Acton Institute Powerblog

Theroux on African Development

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Paul Theroux, a former Peace Corps volunteer, indicts what he calls the “more money” platform, headed by none other than U2 frontman Bono, in a NYT op-ed, “The Rock Star’s Burden.”

“Those of us who committed ourselves to being Peace Corps teachers in rural Malawi more than 40 years ago are dismayed by what we see on our return visits and by all the news that has been reported recently from that unlucky, drought-stricken country. But we are more appalled by most of the proposed solutions.”

The piece is well worth reading: “We should know better by now. I would not send private money to a charity, or foreign aid to a government, unless every dollar was accounted for – and this never happens. Dumping more money in the same old way is not only wasteful, but stupid and harmful; it is also ignoring some obvious points.” Theroux goes on to examine some of these points, in convincing fashion.

Jordan J. Ballor Jordan J. Ballor (Dr. theol., University of Zurich; Ph.D., Calvin Theological Seminary) is a senior research fellow and director of publishing at the Acton Institute for the Study of Religion & Liberty, where he also serves as executive editor the Journal of Markets & Morality. He is author of Get Your Hands Dirty: Essays on Christian Social Thought (and Action) (Wipf & Stock, 2013), Covenant, Causality, and Law: A Study in the Theology of Wolfgang Musculus (Vandenhoeck & Ruprecht, 2012) and Ecumenical Babel: Confusing Economic Ideology and the Church's Social Witness (Christian's Library Press, 2010), as well as editor of numerous works, including Abraham Kuyper Collected Works in Public Theology. Jordan is also associate director of the Junius Institute for Digital Reformation Research at Calvin Theological Seminary. He has authored articles in academic publications such as The Journal of Religion, Scottish Journal of Theology, Reformation & Renaissance Review, and Journal of Scholarly Publishing, and has written popular pieces for newspapers including the Detroit News, Orange County Register, and The Atlanta Journal-Constitution. In 2006, Jordan was profiled in the book, The Relevant Nation: 50 Activists, Artists And Innovators Who Are Changing The World Through Faith. Jordan's scholarly interests include Reformation studies, church-state relations, theological anthropology, social ethics, theology and economics, and research methodology. Jordan is a member of the Christian Reformed Church in North America (CRCNA), and he resides in Jenison, Michigan with his wife and three children.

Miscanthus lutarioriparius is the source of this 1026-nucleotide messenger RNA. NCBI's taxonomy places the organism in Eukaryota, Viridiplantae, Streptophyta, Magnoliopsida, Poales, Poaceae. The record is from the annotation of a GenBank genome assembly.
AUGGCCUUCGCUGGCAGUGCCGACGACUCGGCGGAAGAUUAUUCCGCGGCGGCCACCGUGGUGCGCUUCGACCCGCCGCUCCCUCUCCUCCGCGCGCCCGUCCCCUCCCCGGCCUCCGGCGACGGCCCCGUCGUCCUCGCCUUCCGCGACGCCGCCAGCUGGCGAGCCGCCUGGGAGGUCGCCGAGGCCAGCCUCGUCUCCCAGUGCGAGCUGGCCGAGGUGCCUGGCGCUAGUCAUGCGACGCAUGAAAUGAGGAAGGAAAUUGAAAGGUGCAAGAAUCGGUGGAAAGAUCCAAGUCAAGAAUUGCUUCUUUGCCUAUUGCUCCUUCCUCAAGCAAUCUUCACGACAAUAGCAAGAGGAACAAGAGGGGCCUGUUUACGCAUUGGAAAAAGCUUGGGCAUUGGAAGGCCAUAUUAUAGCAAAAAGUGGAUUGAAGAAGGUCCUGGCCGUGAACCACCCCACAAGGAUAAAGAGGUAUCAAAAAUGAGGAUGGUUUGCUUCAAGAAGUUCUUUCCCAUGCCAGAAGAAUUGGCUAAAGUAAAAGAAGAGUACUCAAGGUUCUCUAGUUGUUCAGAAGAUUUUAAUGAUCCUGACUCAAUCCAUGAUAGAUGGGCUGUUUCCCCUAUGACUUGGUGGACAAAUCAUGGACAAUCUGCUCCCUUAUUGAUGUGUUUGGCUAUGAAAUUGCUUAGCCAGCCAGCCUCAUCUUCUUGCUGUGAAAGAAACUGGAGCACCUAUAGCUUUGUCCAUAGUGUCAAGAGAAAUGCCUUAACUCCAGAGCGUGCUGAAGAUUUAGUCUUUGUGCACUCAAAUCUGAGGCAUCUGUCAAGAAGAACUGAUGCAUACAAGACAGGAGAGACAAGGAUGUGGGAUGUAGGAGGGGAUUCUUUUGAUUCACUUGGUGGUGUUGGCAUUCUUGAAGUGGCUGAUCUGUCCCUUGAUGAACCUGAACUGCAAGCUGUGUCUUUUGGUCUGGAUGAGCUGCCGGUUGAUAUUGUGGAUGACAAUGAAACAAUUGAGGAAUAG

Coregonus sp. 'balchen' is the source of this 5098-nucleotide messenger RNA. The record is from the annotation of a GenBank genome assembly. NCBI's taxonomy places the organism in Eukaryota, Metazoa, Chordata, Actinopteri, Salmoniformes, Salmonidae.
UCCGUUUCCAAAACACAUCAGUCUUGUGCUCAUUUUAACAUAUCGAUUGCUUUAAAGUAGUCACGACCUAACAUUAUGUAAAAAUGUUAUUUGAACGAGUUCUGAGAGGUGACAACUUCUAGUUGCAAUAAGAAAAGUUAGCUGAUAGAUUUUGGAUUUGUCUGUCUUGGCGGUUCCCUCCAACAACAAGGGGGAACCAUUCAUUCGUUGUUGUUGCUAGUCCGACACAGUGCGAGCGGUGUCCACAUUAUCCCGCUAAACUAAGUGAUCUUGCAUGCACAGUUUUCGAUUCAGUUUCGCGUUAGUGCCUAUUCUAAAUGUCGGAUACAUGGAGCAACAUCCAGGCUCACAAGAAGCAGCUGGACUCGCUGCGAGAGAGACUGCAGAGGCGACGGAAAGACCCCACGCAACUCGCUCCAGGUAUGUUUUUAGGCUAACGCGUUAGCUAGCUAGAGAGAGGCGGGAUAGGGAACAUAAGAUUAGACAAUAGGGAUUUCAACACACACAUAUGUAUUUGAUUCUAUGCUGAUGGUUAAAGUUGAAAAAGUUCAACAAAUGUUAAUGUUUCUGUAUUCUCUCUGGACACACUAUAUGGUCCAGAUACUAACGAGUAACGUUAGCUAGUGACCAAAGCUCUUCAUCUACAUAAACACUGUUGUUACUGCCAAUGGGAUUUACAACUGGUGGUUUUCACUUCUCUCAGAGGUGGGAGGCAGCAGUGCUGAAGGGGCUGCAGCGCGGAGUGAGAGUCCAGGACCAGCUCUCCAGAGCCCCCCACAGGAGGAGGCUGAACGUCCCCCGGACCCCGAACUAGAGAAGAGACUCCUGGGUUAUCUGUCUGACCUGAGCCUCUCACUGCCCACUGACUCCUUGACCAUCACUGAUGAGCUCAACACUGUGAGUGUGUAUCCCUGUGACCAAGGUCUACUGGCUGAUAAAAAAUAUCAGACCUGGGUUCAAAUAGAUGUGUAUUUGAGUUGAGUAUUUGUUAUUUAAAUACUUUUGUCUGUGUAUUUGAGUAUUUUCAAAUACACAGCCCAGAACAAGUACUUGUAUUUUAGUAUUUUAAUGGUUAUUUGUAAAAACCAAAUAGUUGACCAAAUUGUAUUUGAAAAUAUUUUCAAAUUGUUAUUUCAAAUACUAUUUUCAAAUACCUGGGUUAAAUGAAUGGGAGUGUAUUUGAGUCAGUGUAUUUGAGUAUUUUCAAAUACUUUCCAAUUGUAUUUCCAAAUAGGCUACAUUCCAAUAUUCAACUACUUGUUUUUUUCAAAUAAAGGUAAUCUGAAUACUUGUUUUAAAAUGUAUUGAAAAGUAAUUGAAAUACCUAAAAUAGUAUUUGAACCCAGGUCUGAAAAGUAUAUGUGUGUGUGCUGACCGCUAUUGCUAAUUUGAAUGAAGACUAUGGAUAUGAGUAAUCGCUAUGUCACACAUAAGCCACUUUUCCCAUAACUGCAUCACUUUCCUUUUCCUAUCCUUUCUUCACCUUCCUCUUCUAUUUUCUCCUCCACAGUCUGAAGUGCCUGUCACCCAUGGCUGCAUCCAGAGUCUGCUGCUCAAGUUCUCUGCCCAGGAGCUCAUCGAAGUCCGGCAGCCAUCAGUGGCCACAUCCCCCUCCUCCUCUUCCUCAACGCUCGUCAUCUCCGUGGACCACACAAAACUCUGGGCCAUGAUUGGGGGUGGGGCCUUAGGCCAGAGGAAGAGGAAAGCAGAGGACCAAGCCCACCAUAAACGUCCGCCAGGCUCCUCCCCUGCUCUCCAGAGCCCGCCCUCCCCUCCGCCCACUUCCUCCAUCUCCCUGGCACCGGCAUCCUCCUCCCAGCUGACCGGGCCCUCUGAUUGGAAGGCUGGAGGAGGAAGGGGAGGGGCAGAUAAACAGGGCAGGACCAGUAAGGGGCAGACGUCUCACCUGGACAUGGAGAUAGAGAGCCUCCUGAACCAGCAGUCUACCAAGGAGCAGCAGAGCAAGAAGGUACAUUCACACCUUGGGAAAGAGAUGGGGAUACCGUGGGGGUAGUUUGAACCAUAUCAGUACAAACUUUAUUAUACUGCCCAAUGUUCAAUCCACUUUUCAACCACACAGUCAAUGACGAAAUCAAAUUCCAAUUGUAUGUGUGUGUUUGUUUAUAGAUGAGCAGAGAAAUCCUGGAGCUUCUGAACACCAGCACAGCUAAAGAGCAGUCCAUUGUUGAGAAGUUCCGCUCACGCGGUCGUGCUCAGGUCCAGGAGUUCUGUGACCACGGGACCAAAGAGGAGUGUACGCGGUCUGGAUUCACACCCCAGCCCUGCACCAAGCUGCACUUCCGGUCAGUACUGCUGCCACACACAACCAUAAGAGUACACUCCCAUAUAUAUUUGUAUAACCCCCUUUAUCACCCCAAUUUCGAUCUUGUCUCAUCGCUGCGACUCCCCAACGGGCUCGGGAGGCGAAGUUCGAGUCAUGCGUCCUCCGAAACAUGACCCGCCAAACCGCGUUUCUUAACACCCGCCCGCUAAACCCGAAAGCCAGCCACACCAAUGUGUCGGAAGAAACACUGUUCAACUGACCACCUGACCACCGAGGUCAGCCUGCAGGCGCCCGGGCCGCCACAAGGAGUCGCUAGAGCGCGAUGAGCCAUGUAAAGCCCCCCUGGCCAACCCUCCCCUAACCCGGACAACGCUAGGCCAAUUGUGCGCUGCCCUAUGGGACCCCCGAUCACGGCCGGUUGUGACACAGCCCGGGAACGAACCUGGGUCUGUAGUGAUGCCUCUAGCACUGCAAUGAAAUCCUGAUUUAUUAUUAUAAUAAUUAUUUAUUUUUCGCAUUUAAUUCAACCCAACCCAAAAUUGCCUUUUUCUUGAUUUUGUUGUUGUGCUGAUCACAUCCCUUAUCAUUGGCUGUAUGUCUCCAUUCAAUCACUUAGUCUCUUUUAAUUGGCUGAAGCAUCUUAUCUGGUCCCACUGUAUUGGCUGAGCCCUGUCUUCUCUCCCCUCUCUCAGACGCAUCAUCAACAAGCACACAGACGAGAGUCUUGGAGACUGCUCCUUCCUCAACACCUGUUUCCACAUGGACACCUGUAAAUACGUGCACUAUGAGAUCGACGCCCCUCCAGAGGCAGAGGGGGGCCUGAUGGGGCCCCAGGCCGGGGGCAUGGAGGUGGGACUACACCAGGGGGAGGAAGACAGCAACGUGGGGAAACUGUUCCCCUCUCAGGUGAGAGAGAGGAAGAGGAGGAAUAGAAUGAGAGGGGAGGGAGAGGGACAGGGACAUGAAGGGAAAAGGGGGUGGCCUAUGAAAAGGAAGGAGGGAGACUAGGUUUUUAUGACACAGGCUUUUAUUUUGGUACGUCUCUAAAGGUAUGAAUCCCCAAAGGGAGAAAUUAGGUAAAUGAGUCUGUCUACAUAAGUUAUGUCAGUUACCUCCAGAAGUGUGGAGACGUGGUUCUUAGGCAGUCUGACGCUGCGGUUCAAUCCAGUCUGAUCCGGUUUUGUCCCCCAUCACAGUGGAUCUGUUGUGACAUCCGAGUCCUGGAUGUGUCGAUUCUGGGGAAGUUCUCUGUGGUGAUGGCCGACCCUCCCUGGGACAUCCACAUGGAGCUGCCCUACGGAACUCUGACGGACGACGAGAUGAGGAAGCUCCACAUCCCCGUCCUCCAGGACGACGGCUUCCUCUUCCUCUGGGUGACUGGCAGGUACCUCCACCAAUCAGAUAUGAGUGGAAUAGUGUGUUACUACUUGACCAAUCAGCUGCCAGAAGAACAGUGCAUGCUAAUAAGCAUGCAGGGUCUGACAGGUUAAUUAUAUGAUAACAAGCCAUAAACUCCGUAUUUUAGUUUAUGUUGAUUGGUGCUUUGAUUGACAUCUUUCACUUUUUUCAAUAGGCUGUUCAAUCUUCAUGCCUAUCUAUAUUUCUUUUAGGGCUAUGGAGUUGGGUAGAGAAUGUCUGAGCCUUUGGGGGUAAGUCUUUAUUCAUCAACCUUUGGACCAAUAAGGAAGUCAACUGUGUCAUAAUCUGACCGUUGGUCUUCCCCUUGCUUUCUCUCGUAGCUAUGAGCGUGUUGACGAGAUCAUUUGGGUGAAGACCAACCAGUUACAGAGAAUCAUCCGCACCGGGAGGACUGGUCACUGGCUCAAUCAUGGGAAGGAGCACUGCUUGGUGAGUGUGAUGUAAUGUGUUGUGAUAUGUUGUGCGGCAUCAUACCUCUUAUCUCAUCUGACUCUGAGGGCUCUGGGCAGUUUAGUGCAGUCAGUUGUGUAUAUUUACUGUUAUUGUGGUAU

Comments

  • Fine article till the anti-Catholic diatribe started. Circling a few posts here, Theroux may want to refer to Rodney Stark, David Brooks, and Amy Wellborn (and Thomas Woods and Sam Gregg) before posting his nonsense about Catholicism interfering with economic development.

    JBP